Nationals MP Andrew Broad says capping negative gearing would be a better approach to tackling housing affordability than allowing Australians to dip into their superannuation.
Allowing people to dip into their super would be a “lazy way to address the issue”, the Coalition backbencher told The New Daily.
“Dumb policy is dumb policy, basically,” he said.
“People don’t want us to touch superannuation. I think realistically it has no legs because it would get blocked in the Senate anyway. But more so it has no legs because it is not sound policy.
“[It] won’t work and it has negative consequences on young people’s retirement.”
The Victorian federal MP was backed up by former health minister Sussan Ley, who tweeted that young Australians “need their super for retirement”.
Young people need their super for retirement, not to try to take pressure off an urban housing bubble, better solved by decentralisation.
— Sussan Ley (@sussanley) April 12, 2017
However, plenty of other government MPs, including the Resources Minister Matt Canavan, have urged Treasurer Scott Morrison to embrace the superannuation proposal, which the government’s Expenditure Review Committee is expected to consider this week.
Instead of using super, Mr Broad said he preferred a cap on the number of homes or total dollar figure that can be negatively geared — although he was strongly opposed to Labor’s outright ban on the tax deduction.
“As long as the threshold is fairly high, you could say, once you’ve deducted more than $50,000 from negative gearing, you can’t deduct any more than that,” he said.
“We’ve got to reward people who want to buy one or two investment properties. We don’t need to have a tax regime that allows people to buy 10 or 20 and be in competition with someone who’s trying to purchase their first home and put a roof over their head.”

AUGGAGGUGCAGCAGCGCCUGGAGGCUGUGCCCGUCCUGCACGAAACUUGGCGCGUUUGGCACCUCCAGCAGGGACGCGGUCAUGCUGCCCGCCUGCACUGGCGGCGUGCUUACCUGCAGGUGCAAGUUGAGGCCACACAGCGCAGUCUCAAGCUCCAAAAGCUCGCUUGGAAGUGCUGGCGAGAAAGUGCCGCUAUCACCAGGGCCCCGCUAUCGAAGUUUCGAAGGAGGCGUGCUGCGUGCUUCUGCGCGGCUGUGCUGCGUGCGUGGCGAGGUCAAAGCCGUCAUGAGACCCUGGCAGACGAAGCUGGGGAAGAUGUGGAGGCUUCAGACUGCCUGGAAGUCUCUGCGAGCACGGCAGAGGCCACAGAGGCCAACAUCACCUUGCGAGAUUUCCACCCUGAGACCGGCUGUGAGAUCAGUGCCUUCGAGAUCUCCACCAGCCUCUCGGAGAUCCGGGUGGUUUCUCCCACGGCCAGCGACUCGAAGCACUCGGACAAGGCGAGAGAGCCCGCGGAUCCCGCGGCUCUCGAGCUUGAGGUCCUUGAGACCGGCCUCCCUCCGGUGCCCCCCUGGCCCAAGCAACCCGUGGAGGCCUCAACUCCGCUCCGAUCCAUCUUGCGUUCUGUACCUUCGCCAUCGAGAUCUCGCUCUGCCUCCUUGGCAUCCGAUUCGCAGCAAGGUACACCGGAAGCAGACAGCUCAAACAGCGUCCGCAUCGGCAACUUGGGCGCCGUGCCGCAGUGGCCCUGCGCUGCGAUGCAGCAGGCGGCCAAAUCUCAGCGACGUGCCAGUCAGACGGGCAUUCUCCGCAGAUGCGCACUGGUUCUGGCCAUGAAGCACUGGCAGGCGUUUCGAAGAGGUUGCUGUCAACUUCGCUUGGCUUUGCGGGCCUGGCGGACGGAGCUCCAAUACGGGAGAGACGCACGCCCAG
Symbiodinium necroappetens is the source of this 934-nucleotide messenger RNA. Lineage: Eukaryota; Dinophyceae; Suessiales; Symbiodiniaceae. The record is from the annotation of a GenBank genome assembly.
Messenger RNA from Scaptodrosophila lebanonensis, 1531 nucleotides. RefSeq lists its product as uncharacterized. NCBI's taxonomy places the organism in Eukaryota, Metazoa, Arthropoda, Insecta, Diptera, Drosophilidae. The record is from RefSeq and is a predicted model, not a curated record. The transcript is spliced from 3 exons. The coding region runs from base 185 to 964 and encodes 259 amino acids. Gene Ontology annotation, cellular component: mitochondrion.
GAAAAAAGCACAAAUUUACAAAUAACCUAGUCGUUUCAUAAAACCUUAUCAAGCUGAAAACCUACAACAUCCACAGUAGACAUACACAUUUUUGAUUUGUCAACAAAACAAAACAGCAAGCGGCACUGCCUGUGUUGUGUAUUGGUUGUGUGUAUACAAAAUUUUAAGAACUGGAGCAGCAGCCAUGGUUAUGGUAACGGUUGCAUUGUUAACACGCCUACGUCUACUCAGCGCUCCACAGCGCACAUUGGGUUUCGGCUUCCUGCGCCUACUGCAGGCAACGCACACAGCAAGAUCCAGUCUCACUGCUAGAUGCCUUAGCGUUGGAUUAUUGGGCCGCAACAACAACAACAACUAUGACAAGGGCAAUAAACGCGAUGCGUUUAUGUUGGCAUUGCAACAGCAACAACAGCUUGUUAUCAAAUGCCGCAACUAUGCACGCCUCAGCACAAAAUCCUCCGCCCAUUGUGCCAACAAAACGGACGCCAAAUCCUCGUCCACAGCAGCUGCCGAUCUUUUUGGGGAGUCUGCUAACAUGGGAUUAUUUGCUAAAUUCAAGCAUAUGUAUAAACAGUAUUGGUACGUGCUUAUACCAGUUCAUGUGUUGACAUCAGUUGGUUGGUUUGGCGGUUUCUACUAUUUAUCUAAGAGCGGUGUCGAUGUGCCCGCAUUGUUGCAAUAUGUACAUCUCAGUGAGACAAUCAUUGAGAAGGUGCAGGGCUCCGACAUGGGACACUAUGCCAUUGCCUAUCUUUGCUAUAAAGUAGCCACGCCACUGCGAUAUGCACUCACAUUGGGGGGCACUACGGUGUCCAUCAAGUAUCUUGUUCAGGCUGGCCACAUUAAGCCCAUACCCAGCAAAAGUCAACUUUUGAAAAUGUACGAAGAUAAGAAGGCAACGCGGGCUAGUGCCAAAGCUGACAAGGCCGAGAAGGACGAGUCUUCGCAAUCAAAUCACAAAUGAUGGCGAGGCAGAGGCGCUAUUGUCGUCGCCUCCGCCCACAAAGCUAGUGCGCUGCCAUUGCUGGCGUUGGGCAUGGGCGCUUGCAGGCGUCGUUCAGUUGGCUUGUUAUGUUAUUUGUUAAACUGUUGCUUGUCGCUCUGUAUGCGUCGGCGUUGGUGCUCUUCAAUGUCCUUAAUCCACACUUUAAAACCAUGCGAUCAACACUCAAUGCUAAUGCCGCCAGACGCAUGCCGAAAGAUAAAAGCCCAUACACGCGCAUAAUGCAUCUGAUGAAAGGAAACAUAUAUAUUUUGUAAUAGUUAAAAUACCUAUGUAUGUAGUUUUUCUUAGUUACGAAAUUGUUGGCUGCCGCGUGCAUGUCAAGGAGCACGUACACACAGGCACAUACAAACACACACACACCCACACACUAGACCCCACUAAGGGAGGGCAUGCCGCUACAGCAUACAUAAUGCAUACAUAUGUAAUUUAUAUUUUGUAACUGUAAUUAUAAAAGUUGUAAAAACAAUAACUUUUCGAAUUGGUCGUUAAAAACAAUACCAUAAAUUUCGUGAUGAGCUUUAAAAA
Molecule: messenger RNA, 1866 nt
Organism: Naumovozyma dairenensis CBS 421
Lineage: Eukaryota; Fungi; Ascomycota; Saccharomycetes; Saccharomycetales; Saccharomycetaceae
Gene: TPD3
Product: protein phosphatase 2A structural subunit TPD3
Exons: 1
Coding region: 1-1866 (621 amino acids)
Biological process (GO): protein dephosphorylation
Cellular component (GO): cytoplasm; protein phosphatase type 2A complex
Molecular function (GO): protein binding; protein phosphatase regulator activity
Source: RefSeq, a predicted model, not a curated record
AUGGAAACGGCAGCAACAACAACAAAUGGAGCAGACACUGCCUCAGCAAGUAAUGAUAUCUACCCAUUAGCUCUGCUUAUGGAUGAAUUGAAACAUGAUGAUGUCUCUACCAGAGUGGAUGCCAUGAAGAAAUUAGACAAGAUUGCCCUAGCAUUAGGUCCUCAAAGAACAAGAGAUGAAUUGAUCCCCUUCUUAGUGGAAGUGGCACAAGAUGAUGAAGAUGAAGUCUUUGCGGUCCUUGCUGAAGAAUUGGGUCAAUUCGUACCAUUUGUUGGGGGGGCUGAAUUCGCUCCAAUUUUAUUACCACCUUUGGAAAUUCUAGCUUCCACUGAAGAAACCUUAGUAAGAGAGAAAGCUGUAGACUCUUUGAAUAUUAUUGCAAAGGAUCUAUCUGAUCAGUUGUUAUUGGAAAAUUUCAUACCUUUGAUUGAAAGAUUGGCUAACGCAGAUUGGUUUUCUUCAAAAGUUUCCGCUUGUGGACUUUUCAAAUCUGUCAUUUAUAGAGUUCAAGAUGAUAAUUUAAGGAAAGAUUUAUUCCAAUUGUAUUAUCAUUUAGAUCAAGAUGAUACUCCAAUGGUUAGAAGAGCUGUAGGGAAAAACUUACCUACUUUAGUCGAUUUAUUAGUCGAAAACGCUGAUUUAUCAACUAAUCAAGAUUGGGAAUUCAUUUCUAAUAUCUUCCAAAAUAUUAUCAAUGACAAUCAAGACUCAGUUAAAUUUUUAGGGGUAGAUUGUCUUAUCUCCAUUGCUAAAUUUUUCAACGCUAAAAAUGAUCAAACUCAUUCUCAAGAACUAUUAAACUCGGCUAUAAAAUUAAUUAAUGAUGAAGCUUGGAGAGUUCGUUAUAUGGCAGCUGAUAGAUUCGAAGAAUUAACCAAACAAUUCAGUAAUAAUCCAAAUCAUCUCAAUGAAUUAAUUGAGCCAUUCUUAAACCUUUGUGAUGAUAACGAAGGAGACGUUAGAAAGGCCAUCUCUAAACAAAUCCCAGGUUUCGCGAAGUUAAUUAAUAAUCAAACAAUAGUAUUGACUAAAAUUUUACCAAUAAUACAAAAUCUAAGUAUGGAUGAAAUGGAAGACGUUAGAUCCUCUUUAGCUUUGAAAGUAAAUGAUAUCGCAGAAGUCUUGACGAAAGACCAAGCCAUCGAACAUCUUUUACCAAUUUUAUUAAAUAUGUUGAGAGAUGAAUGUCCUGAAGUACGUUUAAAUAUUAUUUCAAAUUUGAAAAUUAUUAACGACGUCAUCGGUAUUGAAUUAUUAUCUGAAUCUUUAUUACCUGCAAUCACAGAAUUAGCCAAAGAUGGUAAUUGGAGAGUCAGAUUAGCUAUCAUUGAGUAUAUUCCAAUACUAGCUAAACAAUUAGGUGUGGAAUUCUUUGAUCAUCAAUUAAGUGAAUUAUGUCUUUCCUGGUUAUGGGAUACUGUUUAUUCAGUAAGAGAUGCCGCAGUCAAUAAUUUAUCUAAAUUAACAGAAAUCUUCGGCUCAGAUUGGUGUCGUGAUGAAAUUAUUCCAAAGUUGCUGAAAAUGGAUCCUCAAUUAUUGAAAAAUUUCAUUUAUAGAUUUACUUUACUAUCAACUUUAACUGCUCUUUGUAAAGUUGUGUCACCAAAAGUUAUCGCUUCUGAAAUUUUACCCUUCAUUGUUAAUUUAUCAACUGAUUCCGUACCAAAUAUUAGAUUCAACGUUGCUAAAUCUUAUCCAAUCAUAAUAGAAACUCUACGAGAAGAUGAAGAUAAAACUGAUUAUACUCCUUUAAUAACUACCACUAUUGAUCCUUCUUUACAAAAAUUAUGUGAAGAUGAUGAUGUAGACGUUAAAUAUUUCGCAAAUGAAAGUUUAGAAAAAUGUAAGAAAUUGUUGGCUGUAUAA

Meanwhile, other Coalition MPs are publicly lobbying to keep the super proposal alive, with Resources Minister Matt Canavan adding his support on Wednesday.
“This is, I think, a legitimate idea — it’s had support from people like Paul Keating in the past, it’s used in other countries, it’s something we should certainly consider,” he told the ABC.
Liberal backbenchers including John Alexander, Ian Goodenough, Tony Abbott, Tony Pasin and Craig Kelly have stated their support.
Mr Kelly told The New Daily he’d be disappointed if the policy wasn’t in the budget.
“But obviously the budget is not the only time that this change could be made,” he said.
Pointing to Australia’s declining rate of home ownership, he added: “It’s becoming harder and harder for young people to afford to get that deposit.
“I don’t think that is good for the country.”
Assistant Treasurer Michael Sukkar has previously said the super for housing idea could work as part of a broader suite of affordability measures, while Finance Minister Mathias Cormann is on the record as saying it would push up house prices.
Treasurer Scott Morrison is reportedly in favour of allowing Australians to divert their super into a special account, according to the ABC.
If the policy is adopted in the budget, it would still be subject to the whims of the Senate crossbench.
One Nation supports allowing people to access their super, Nick Xenophon and Jacqui Lambie are open to the idea in some form, while the Greens and Senator Derryn Hinch oppose it outright.